Say goodbye to the Canadian penny.
Lawmakers in Canada have decided it makes little sense - or cents - to continue making the 1-cent coin. Canada's Minister of Finance, Jim Flaherty, announced the penny's demise during his 2012 budget speech Thursday.
"Pennies take up too much space on our dressers at home. They take up far too much time for small businesses trying to grow and create jobs," Flaherty said.
He said each penny costs Canadian tax payers one and a half cents to make.
That's nothing compared to America's wallet-whomping coin. According to the U.S. Treasury Department, an American penny costs 2.4 cents to mint.
Flaherty said Canada's pennies will go out of circulation this fall.
Here in the U.S., the proposed 2013 budget for the Treasury Department already contains a measure that could change the coins Americans are used to finding and flipping. It proposes passing legislation that would give the Secretary of the Treasury "flexibility to change the composition of coins to more cost-effective materials."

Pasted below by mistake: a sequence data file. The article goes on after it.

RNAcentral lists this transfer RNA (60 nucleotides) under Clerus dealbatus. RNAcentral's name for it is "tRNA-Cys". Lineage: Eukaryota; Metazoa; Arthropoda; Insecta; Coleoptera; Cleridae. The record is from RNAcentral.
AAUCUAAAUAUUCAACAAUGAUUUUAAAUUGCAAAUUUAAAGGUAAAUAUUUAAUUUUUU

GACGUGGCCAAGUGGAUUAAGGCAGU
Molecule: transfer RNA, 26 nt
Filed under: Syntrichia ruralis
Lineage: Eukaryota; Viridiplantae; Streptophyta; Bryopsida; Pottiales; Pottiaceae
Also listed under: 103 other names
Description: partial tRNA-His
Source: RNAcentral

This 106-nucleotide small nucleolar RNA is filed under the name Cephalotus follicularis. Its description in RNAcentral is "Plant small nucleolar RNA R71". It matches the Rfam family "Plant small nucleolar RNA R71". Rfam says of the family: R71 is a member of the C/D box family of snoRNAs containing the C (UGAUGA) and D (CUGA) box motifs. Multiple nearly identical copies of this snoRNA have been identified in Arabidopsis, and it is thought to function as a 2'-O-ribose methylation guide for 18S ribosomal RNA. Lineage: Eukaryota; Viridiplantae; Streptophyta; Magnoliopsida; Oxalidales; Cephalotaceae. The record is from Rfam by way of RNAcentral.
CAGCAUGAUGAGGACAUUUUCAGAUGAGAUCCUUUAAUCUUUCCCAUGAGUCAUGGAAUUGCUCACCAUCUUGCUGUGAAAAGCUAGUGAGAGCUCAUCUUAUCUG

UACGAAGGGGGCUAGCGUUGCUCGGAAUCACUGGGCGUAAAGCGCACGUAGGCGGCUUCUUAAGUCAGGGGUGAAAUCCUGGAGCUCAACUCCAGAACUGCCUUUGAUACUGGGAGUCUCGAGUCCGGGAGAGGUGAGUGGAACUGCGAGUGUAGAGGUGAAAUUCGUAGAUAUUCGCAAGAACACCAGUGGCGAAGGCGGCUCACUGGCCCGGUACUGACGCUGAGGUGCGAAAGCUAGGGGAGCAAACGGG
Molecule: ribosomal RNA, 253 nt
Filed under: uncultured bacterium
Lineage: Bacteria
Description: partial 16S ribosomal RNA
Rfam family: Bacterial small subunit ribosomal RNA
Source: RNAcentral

In 2008 - back when the U.S. penny only cost 1.7 cents to make - then-Treasury Secretary Henry Paulson floated the idea of eliminating the coin, but it did not catch on. So far, the penny has seemed safe here in the States. Mark Weller, executive director of Americans for Common Cents, said that's not likely to change anytime soon, thanks to high public support for the coin. He also said the U.S. Mint is wrapping up explorations of making pennies - as well as nickels, dimes and quarters - more efficiently.
But with Canadians killing off the coin, American lawmakers have to ask themselves, is change a bad thing?